A Doppler ultrasound is a test that can measure blood flow. It uses sound waves that bounce off blood cells.
Reasons for Test
Doppler ultrasound may be used to check blood flow to an area. It may also be needed to check for injuries to blood vessels or assess treatment. Common reasons for use include:
Look for cause of blood pooling in legs such as valve problems in your leg veins
Heart valve defects and congenital heart disease
Blockage in artery
Peripheral artery disease
Weakening of blood vessel walls called aneurysm
Narrowing of an artery, such as carotid artery stenosis
Check baby’s blood flow during a pregnancy
In most cases, there are no complications with this test.
What to Expect
Prior to Test
Your doctor may do the following:
A physical exam
Blood or urine tests
In some cases your doctor may instruct you to:
Fast for 8 to 12 hours before the test. This will decrease the amount of gas in your intestines and make organs easier to see.
Have a full bladder before the test. You may need to drink 6 or more glasses of water without going to the bathroom.
smoking. Smoking can interfere with test results.
Description of the Test
You will lie on a table. Your doctor will put a gel on the skin over the area that will be examined. The gel helps the sound waves travel between the machine and your body.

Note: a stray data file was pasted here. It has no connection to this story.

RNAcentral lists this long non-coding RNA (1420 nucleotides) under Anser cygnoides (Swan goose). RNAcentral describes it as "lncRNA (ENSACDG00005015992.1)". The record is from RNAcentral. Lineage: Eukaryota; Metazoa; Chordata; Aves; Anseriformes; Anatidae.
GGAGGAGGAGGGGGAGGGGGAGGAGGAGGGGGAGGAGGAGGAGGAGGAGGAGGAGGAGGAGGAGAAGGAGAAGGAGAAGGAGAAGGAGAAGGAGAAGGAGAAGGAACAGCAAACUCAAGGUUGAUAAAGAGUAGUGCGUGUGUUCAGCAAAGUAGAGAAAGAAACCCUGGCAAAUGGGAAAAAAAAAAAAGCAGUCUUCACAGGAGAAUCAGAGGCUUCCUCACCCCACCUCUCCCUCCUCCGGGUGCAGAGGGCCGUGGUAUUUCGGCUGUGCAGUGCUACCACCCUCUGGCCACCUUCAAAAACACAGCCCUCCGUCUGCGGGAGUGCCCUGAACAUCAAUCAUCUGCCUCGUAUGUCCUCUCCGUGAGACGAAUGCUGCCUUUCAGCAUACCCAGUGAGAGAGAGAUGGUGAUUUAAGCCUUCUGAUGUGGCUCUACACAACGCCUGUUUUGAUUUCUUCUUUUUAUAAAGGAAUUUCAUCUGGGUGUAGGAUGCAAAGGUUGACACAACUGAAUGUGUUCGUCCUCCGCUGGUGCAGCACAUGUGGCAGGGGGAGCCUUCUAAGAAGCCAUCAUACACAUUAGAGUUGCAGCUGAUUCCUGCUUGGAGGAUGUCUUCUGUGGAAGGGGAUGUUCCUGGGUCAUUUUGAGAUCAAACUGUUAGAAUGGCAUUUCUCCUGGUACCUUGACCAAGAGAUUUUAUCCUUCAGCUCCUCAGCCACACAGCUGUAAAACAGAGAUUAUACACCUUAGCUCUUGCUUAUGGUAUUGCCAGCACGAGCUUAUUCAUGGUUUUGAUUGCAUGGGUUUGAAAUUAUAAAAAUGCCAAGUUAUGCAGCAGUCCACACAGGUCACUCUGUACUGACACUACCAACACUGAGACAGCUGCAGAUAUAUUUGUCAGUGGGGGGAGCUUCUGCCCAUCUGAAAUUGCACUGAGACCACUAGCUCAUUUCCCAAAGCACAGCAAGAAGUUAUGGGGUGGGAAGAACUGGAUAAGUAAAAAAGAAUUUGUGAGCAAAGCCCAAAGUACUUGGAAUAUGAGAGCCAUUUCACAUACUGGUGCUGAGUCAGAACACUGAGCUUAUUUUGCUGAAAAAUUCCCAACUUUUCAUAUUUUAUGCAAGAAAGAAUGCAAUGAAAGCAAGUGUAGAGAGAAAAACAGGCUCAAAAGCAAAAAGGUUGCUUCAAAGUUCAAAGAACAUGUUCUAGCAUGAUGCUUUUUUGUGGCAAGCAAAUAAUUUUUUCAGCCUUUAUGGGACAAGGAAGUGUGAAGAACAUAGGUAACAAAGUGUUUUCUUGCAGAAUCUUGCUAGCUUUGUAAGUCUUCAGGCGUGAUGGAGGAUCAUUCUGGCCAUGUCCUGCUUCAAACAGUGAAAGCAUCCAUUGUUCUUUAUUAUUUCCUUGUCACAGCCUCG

The ultrasound machine has a hand-held device about the size of a bar of soap. The device is pushed against your skin where the gel was applied. The waves from device bounce off blood cells or tissue and echo back to device. The doctor can examines the images during the test. The images can also be saved for later review.
You may be asked to change positions or hold your breath during the exam.
General ultrasound. Radiology Info—Radiologic Society of North America website. Available at: https://www.radiologyinfo.org/en/info.cfm?PG=genus. Accessed January 26, 2021.
Ultrasound imaging. US Food & Drug Administration website. Available at: https://www.fda.gov/Radiation-EmittingProducts/RadiationEmittingProductsandProcedures/MedicalImaging/ucm115357.htm. Accessed January 26, 2021.
EBSCO Information Services is fully accredited by URAC. URAC is an independent, nonprofit health care accrediting organization dedicated to promoting health care quality through accreditation, certification and commendation.
This content is reviewed regularly and is updated when new and relevant evidence is made available. This information is neither intended nor implied to be a substitute for professional medical advice. Always seek the advice of your physician or other qualified health provider prior to starting any new treatment or with questions regarding a medical condition.
To send comments or feedback to our Editorial Team regarding the content please email us at email@example.com. Our Health Library Support team will respond to your email request within 2 business days.